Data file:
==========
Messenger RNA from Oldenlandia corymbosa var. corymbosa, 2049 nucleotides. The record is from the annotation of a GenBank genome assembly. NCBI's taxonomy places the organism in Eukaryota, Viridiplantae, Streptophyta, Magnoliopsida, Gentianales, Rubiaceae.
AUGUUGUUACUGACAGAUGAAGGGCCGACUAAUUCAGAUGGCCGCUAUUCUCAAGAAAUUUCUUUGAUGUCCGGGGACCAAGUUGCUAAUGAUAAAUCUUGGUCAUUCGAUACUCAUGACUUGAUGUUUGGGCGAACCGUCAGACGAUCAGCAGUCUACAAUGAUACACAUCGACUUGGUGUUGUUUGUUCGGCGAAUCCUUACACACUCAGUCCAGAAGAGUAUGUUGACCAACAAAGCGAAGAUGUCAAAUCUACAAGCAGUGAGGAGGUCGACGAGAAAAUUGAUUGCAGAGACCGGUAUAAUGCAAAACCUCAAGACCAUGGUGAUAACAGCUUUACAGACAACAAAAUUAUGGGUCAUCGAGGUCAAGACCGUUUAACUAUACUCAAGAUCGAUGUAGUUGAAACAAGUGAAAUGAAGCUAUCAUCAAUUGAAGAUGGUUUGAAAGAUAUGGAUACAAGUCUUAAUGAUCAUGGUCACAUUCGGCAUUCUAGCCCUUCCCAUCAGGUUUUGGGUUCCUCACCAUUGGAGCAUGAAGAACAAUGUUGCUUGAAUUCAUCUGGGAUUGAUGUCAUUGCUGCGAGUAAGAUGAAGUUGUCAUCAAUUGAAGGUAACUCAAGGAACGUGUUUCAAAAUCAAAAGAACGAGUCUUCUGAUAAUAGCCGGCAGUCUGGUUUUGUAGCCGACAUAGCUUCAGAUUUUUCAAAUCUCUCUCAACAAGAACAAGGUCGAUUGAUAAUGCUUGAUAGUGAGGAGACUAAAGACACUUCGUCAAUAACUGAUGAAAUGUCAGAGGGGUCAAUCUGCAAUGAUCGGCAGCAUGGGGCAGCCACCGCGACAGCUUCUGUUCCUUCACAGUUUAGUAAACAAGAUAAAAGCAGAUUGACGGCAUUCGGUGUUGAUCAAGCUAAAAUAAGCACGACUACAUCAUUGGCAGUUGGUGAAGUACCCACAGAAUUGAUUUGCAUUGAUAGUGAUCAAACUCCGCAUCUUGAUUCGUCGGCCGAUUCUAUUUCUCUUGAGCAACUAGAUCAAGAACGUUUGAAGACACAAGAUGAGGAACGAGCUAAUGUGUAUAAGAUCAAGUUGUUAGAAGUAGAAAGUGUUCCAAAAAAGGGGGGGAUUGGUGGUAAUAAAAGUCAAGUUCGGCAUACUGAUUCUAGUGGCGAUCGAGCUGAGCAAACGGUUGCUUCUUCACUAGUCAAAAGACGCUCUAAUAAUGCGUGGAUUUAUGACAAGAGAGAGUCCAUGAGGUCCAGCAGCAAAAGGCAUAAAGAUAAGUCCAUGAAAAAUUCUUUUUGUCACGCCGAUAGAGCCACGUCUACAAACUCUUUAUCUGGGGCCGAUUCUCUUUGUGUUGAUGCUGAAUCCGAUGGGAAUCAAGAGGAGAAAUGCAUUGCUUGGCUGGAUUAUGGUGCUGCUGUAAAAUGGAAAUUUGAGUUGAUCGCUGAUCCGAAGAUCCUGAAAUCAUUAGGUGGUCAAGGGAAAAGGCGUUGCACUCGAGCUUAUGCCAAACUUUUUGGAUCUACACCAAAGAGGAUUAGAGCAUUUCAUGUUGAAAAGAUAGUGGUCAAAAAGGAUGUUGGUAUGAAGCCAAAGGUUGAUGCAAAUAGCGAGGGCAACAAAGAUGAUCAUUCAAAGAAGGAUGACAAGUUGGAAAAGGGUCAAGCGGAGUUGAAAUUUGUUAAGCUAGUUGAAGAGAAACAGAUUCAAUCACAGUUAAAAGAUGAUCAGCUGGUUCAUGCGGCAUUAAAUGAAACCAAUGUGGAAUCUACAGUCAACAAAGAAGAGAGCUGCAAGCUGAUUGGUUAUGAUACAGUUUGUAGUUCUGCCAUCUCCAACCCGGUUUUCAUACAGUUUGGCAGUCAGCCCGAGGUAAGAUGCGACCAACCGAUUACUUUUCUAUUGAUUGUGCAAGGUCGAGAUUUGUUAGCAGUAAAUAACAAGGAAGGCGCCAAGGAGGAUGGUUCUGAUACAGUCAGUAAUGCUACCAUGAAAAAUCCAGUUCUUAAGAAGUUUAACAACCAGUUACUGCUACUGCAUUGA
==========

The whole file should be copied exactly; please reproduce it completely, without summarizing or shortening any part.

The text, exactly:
Messenger RNA from Oldenlandia corymbosa var. corymbosa, 2049 nucleotides. The record is from the annotation of a GenBank genome assembly. NCBI's taxonomy places the organism in Eukaryota, Viridiplantae, Streptophyta, Magnoliopsida, Gentianales, Rubiaceae.
AUGUUGUUACUGACAGAUGAAGGGCCGACUAAUUCAGAUGGCCGCUAUUCUCAAGAAAUUUCUUUGAUGUCCGGGGACCAAGUUGCUAAUGAUAAAUCUUGGUCAUUCGAUACUCAUGACUUGAUGUUUGGGCGAACCGUCAGACGAUCAGCAGUCUACAAUGAUACACAUCGACUUGGUGUUGUUUGUUCGGCGAAUCCUUACACACUCAGUCCAGAAGAGUAUGUUGACCAACAAAGCGAAGAUGUCAAAUCUACAAGCAGUGAGGAGGUCGACGAGAAAAUUGAUUGCAGAGACCGGUAUAAUGCAAAACCUCAAGACCAUGGUGAUAACAGCUUUACAGACAACAAAAUUAUGGGUCAUCGAGGUCAAGACCGUUUAACUAUACUCAAGAUCGAUGUAGUUGAAACAAGUGAAAUGAAGCUAUCAUCAAUUGAAGAUGGUUUGAAAGAUAUGGAUACAAGUCUUAAUGAUCAUGGUCACAUUCGGCAUUCUAGCCCUUCCCAUCAGGUUUUGGGUUCCUCACCAUUGGAGCAUGAAGAACAAUGUUGCUUGAAUUCAUCUGGGAUUGAUGUCAUUGCUGCGAGUAAGAUGAAGUUGUCAUCAAUUGAAGGUAACUCAAGGAACGUGUUUCAAAAUCAAAAGAACGAGUCUUCUGAUAAUAGCCGGCAGUCUGGUUUUGUAGCCGACAUAGCUUCAGAUUUUUCAAAUCUCUCUCAACAAGAACAAGGUCGAUUGAUAAUGCUUGAUAGUGAGGAGACUAAAGACACUUCGUCAAUAACUGAUGAAAUGUCAGAGGGGUCAAUCUGCAAUGAUCGGCAGCAUGGGGCAGCCACCGCGACAGCUUCUGUUCCUUCACAGUUUAGUAAACAAGAUAAAAGCAGAUUGACGGCAUUCGGUGUUGAUCAAGCUAAAAUAAGCACGACUACAUCAUUGGCAGUUGGUGAAGUACCCACAGAAUUGAUUUGCAUUGAUAGUGAUCAAACUCCGCAUCUUGAUUCGUCGGCCGAUUCUAUUUCUCUUGAGCAACUAGAUCAAGAACGUUUGAAGACACAAGAUGAGGAACGAGCUAAUGUGUAUAAGAUCAAGUUGUUAGAAGUAGAAAGUGUUCCAAAAAAGGGGGGGAUUGGUGGUAAUAAAAGUCAAGUUCGGCAUACUGAUUCUAGUGGCGAUCGAGCUGAGCAAACGGUUGCUUCUUCACUAGUCAAAAGACGCUCUAAUAAUGCGUGGAUUUAUGACAAGAGAGAGUCCAUGAGGUCCAGCAGCAAAAGGCAUAAAGAUAAGUCCAUGAAAAAUUCUUUUUGUCACGCCGAUAGAGCCACGUCUACAAACUCUUUAUCUGGGGCCGAUUCUCUUUGUGUUGAUGCUGAAUCCGAUGGGAAUCAAGAGGAGAAAUGCAUUGCUUGGCUGGAUUAUGGUGCUGCUGUAAAAUGGAAAUUUGAGUUGAUCGCUGAUCCGAAGAUCCUGAAAUCAUUAGGUGGUCAAGGGAAAAGGCGUUGCACUCGAGCUUAUGCCAAACUUUUUGGAUCUACACCAAAGAGGAUUAGAGCAUUUCAUGUUGAAAAGAUAGUGGUCAAAAAGGAUGUUGGUAUGAAGCCAAAGGUUGAUGCAAAUAGCGAGGGCAACAAAGAUGAUCAUUCAAAGAAGGAUGACAAGUUGGAAAAGGGUCAAGCGGAGUUGAAAUUUGUUAAGCUAGUUGAAGAGAAACAGAUUCAAUCACAGUUAAAAGAUGAUCAGCUGGUUCAUGCGGCAUUAAAUGAAACCAAUGUGGAAUCUACAGUCAACAAAGAAGAGAGCUGCAAGCUGAUUGGUUAUGAUACAGUUUGUAGUUCUGCCAUCUCCAACCCGGUUUUCAUACAGUUUGGCAGUCAGCCCGAGGUAAGAUGCGACCAACCGAUUACUUUUCUAUUGAUUGUGCAAGGUCGAGAUUUGUUAGCAGUAAAUAACAAGGAAGGCGCCAAGGAGGAUGGUUCUGAUACAGUCAGUAAUGCUACCAUGAAAAAUCCAGUUCUUAAGAAGUUUAACAACCAGUUACUGCUACUGCAUUGA